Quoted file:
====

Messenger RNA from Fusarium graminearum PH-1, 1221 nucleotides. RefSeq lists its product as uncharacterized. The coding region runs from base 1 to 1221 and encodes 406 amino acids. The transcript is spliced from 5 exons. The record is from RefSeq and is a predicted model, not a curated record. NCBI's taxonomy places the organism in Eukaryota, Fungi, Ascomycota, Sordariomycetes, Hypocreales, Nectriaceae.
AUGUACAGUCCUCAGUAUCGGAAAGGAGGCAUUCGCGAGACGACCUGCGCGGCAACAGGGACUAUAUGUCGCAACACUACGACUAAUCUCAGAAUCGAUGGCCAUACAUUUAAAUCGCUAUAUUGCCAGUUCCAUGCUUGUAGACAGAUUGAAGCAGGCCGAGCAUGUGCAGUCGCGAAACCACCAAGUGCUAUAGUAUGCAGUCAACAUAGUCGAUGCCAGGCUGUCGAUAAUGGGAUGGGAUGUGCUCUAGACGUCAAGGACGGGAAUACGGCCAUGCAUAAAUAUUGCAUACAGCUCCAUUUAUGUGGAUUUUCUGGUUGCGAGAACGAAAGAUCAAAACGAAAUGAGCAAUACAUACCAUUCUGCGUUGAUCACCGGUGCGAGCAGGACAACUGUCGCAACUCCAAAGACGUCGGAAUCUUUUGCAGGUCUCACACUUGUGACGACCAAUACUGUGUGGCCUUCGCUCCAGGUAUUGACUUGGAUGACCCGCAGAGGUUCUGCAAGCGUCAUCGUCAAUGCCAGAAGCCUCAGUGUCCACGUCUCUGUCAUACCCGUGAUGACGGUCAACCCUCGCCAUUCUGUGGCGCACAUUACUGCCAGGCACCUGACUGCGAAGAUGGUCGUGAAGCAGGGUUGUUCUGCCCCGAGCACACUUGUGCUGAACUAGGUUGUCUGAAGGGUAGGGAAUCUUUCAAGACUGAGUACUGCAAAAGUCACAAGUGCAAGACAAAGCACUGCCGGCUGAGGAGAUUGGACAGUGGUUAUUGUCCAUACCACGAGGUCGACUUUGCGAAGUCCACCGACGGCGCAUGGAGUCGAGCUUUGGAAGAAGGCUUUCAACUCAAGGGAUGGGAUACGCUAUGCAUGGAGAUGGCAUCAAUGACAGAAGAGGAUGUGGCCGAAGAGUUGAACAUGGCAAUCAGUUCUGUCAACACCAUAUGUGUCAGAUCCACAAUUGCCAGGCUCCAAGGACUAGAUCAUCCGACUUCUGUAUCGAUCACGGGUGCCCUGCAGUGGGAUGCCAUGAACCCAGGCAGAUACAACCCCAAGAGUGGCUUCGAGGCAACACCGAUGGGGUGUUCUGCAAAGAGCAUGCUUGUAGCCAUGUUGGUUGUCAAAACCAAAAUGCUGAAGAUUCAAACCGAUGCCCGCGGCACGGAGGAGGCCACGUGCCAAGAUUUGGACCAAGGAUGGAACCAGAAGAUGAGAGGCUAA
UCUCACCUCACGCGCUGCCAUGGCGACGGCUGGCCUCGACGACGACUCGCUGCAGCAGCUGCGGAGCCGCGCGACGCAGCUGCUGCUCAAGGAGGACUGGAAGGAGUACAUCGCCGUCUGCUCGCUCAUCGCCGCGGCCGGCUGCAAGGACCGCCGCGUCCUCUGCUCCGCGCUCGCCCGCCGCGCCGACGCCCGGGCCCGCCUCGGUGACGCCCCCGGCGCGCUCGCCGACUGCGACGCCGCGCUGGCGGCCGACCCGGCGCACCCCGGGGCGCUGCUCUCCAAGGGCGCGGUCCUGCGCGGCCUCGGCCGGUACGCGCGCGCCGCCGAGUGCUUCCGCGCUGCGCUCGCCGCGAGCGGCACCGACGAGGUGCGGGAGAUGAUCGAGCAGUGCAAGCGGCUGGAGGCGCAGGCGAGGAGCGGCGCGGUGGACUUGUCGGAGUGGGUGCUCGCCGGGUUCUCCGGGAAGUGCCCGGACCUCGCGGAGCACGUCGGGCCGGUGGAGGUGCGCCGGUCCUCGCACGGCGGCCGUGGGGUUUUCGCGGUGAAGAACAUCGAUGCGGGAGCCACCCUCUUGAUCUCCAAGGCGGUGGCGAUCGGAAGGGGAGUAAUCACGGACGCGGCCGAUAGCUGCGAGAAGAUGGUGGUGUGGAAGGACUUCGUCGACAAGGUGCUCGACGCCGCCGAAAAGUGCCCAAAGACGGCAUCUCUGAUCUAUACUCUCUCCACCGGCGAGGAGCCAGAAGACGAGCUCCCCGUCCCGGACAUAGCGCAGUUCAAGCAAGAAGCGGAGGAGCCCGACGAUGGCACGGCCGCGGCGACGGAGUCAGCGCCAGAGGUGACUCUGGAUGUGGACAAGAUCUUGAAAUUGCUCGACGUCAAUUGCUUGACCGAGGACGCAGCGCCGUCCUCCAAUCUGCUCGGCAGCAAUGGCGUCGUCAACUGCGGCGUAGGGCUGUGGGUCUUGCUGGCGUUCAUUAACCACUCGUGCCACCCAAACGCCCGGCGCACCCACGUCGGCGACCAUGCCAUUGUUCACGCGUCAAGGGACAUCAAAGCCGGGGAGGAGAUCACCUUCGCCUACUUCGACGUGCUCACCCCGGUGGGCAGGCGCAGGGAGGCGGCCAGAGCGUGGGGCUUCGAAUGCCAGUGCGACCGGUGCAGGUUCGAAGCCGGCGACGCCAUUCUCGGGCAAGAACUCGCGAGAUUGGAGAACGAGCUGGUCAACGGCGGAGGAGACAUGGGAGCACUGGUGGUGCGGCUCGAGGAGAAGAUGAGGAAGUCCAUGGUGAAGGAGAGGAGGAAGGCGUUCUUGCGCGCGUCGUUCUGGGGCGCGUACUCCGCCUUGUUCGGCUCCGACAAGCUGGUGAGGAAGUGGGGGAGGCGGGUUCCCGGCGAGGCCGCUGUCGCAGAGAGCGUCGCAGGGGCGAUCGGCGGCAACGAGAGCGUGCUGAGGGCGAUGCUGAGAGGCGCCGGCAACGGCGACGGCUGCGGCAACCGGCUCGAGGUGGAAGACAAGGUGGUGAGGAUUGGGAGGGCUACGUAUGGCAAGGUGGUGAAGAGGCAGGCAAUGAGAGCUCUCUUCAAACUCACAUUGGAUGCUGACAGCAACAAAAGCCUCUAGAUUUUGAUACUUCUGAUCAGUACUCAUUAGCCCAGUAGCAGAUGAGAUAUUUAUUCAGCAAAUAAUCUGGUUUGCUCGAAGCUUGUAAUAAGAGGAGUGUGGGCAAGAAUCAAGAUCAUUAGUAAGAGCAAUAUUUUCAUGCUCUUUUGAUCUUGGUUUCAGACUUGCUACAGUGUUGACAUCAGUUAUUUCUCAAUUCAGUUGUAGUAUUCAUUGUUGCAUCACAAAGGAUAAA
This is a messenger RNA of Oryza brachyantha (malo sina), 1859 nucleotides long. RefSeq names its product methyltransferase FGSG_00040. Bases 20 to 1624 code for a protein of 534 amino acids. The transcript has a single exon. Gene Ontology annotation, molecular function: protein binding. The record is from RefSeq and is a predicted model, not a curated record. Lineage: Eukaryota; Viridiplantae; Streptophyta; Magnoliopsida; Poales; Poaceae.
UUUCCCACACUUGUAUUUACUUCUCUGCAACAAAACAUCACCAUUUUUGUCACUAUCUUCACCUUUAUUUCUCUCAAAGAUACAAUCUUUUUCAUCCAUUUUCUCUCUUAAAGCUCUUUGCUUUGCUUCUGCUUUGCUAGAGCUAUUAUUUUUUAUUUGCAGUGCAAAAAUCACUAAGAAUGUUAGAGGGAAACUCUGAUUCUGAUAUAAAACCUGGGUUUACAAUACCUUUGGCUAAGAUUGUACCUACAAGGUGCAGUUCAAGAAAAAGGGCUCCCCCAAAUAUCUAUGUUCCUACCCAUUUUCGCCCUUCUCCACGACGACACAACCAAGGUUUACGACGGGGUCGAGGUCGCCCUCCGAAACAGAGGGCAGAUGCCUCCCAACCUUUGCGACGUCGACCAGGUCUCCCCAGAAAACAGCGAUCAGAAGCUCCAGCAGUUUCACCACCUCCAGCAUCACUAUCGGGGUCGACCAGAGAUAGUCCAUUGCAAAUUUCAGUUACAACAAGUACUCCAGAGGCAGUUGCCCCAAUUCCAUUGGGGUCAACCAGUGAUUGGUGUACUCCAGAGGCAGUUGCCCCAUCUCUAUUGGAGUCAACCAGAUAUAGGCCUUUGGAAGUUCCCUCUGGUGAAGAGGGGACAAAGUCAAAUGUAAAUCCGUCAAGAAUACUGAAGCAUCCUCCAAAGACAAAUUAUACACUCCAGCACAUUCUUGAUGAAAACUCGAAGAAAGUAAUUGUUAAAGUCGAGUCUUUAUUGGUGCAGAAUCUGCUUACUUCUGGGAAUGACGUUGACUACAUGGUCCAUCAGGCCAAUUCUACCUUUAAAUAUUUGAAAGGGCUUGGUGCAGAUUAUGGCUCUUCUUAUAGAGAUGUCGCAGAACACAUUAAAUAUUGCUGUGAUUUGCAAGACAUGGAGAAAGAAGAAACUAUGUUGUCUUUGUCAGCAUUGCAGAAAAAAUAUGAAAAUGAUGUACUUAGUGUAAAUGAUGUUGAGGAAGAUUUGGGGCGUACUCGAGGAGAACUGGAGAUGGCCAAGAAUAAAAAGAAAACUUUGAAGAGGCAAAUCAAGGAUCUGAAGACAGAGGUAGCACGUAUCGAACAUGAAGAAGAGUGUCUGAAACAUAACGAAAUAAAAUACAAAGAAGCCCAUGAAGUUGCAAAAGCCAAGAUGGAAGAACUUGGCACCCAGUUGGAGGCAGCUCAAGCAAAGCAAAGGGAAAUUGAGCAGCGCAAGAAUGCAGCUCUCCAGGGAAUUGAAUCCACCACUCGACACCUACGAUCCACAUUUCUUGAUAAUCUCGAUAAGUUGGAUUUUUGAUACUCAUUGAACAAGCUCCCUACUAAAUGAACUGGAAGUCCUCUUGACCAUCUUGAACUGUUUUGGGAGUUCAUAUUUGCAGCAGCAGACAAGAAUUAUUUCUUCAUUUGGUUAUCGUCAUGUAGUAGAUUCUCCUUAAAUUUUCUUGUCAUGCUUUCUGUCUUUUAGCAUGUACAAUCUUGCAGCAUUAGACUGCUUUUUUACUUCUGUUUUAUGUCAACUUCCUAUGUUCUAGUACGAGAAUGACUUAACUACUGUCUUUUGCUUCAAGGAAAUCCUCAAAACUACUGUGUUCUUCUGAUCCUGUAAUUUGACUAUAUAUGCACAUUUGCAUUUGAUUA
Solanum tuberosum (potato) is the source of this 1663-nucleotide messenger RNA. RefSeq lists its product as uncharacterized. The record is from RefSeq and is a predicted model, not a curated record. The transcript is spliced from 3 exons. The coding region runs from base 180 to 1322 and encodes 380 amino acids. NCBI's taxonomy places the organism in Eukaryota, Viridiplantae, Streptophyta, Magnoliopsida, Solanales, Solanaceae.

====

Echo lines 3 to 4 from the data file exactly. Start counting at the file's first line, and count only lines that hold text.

UCUCACCUCACGCGCUGCCAUGGCGACGGCUGGCCUCGACGACGACUCGCUGCAGCAGCUGCGGAGCCGCGCGACGCAGCUGCUGCUCAAGGAGGACUGGAAGGAGUACAUCGCCGUCUGCUCGCUCAUCGCCGCGGCCGGCUGCAAGGACCGCCGCGUCCUCUGCUCCGCGCUCGCCCGCCGCGCCGACGCCCGGGCCCGCCUCGGUGACGCCCCCGGCGCGCUCGCCGACUGCGACGCCGCGCUGGCGGCCGACCCGGCGCACCCCGGGGCGCUGCUCUCCAAGGGCGCGGUCCUGCGCGGCCUCGGCCGGUACGCGCGCGCCGCCGAGUGCUUCCGCGCUGCGCUCGCCGCGAGCGGCACCGACGAGGUGCGGGAGAUGAUCGAGCAGUGCAAGCGGCUGGAGGCGCAGGCGAGGAGCGGCGCGGUGGACUUGUCGGAGUGGGUGCUCGCCGGGUUCUCCGGGAAGUGCCCGGACCUCGCGGAGCACGUCGGGCCGGUGGAGGUGCGCCGGUCCUCGCACGGCGGCCGUGGGGUUUUCGCGGUGAAGAACAUCGAUGCGGGAGCCACCCUCUUGAUCUCCAAGGCGGUGGCGAUCGGAAGGGGAGUAAUCACGGACGCGGCCGAUAGCUGCGAGAAGAUGGUGGUGUGGAAGGACUUCGUCGACAAGGUGCUCGACGCCGCCGAAAAGUGCCCAAAGACGGCAUCUCUGAUCUAUACUCUCUCCACCGGCGAGGAGCCAGAAGACGAGCUCCCCGUCCCGGACAUAGCGCAGUUCAAGCAAGAAGCGGAGGAGCCCGACGAUGGCACGGCCGCGGCGACGGAGUCAGCGCCAGAGGUGACUCUGGAUGUGGACAAGAUCUUGAAAUUGCUCGACGUCAAUUGCUUGACCGAGGACGCAGCGCCGUCCUCCAAUCUGCUCGGCAGCAAUGGCGUCGUCAACUGCGGCGUAGGGCUGUGGGUCUUGCUGGCGUUCAUUAACCACUCGUGCCACCCAAACGCCCGGCGCACCCACGUCGGCGACCAUGCCAUUGUUCACGCGUCAAGGGACAUCAAAGCCGGGGAGGAGAUCACCUUCGCCUACUUCGACGUGCUCACCCCGGUGGGCAGGCGCAGGGAGGCGGCCAGAGCGUGGGGCUUCGAAUGCCAGUGCGACCGGUGCAGGUUCGAAGCCGGCGACGCCAUUCUCGGGCAAGAACUCGCGAGAUUGGAGAACGAGCUGGUCAACGGCGGAGGAGACAUGGGAGCACUGGUGGUGCGGCUCGAGGAGAAGAUGAGGAAGUCCAUGGUGAAGGAGAGGAGGAAGGCGUUCUUGCGCGCGUCGUUCUGGGGCGCGUACUCCGCCUUGUUCGGCUCCGACAAGCUGGUGAGGAAGUGGGGGAGGCGGGUUCCCGGCGAGGCCGCUGUCGCAGAGAGCGUCGCAGGGGCGAUCGGCGGCAACGAGAGCGUGCUGAGGGCGAUGCUGAGAGGCGCCGGCAACGGCGACGGCUGCGGCAACCGGCUCGAGGUGGAAGACAAGGUGGUGAGGAUUGGGAGGGCUACGUAUGGCAAGGUGGUGAAGAGGCAGGCAAUGAGAGCUCUCUUCAAACUCACAUUGGAUGCUGACAGCAACAAAAGCCUCUAGAUUUUGAUACUUCUGAUCAGUACUCAUUAGCCCAGUAGCAGAUGAGAUAUUUAUUCAGCAAAUAAUCUGGUUUGCUCGAAGCUUGUAAUAAGAGGAGUGUGGGCAAGAAUCAAGAUCAUUAGUAAGAGCAAUAUUUUCAUGCUCUUUUGAUCUUGGUUUCAGACUUGCUACAGUGUUGACAUCAGUUAUUUCUCAAUUCAGUUGUAGUAUUCAUUGUUGCAUCACAAAGGAUAAA
This is a messenger RNA of Oryza brachyantha (malo sina), 1859 nucleotides long. RefSeq names its product methyltransferase FGSG_00040. Bases 20 to 1624 code for a protein of 534 amino acids. The transcript has a single exon. Gene Ontology annotation, molecular function: protein binding. The record is from RefSeq and is a predicted model, not a curated record. Lineage: Eukaryota; Viridiplantae; Streptophyta; Magnoliopsida; Poales; Poaceae.